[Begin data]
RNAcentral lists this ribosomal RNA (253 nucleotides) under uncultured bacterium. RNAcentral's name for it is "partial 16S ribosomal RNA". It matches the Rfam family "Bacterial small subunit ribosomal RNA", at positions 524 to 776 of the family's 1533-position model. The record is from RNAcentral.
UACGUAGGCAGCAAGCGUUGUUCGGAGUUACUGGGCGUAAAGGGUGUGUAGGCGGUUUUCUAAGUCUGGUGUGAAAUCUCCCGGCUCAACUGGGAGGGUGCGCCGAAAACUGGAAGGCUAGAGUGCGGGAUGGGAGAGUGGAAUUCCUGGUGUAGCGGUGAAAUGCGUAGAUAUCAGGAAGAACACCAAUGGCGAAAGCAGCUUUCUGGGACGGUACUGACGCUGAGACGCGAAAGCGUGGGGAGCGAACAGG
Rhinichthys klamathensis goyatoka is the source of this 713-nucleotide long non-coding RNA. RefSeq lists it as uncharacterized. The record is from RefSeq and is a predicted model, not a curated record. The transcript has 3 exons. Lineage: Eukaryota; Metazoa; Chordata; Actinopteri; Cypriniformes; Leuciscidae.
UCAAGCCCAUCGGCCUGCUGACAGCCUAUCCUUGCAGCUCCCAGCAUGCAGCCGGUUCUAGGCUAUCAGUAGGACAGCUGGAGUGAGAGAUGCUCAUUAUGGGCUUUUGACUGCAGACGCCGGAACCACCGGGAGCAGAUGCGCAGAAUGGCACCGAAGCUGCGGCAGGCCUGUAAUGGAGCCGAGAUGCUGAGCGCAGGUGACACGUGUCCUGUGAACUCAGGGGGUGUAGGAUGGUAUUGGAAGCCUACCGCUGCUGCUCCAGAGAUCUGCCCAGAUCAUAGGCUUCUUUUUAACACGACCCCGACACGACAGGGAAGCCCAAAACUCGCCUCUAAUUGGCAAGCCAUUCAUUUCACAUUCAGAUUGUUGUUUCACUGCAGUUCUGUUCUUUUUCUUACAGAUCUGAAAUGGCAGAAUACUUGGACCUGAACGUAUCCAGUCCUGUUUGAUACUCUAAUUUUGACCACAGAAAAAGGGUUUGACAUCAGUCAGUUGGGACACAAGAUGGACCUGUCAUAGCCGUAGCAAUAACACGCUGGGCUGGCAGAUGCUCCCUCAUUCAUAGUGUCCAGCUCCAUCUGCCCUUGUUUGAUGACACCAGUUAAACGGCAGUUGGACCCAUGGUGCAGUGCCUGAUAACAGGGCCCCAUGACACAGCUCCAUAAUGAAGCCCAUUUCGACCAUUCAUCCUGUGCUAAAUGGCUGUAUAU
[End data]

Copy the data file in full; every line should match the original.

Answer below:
RNAcentral lists this ribosomal RNA (253 nucleotides) under uncultured bacterium. RNAcentral's name for it is "partial 16S ribosomal RNA". It matches the Rfam family "Bacterial small subunit ribosomal RNA", at positions 524 to 776 of the family's 1533-position model. The record is from RNAcentral.
UACGUAGGCAGCAAGCGUUGUUCGGAGUUACUGGGCGUAAAGGGUGUGUAGGCGGUUUUCUAAGUCUGGUGUGAAAUCUCCCGGCUCAACUGGGAGGGUGCGCCGAAAACUGGAAGGCUAGAGUGCGGGAUGGGAGAGUGGAAUUCCUGGUGUAGCGGUGAAAUGCGUAGAUAUCAGGAAGAACACCAAUGGCGAAAGCAGCUUUCUGGGACGGUACUGACGCUGAGACGCGAAAGCGUGGGGAGCGAACAGG
Rhinichthys klamathensis goyatoka is the source of this 713-nucleotide long non-coding RNA. RefSeq lists it as uncharacterized. The record is from RefSeq and is a predicted model, not a curated record. The transcript has 3 exons. Lineage: Eukaryota; Metazoa; Chordata; Actinopteri; Cypriniformes; Leuciscidae.
UCAAGCCCAUCGGCCUGCUGACAGCCUAUCCUUGCAGCUCCCAGCAUGCAGCCGGUUCUAGGCUAUCAGUAGGACAGCUGGAGUGAGAGAUGCUCAUUAUGGGCUUUUGACUGCAGACGCCGGAACCACCGGGAGCAGAUGCGCAGAAUGGCACCGAAGCUGCGGCAGGCCUGUAAUGGAGCCGAGAUGCUGAGCGCAGGUGACACGUGUCCUGUGAACUCAGGGGGUGUAGGAUGGUAUUGGAAGCCUACCGCUGCUGCUCCAGAGAUCUGCCCAGAUCAUAGGCUUCUUUUUAACACGACCCCGACACGACAGGGAAGCCCAAAACUCGCCUCUAAUUGGCAAGCCAUUCAUUUCACAUUCAGAUUGUUGUUUCACUGCAGUUCUGUUCUUUUUCUUACAGAUCUGAAAUGGCAGAAUACUUGGACCUGAACGUAUCCAGUCCUGUUUGAUACUCUAAUUUUGACCACAGAAAAAGGGUUUGACAUCAGUCAGUUGGGACACAAGAUGGACCUGUCAUAGCCGUAGCAAUAACACGCUGGGCUGGCAGAUGCUCCCUCAUUCAUAGUGUCCAGCUCCAUCUGCCCUUGUUUGAUGACACCAGUUAAACGGCAGUUGGACCCAUGGUGCAGUGCCUGAUAACAGGGCCCCAUGACACAGCUCCAUAAUGAAGCCCAUUUCGACCAUUCAUCCUGUGCUAAAUGGCUGUAUAU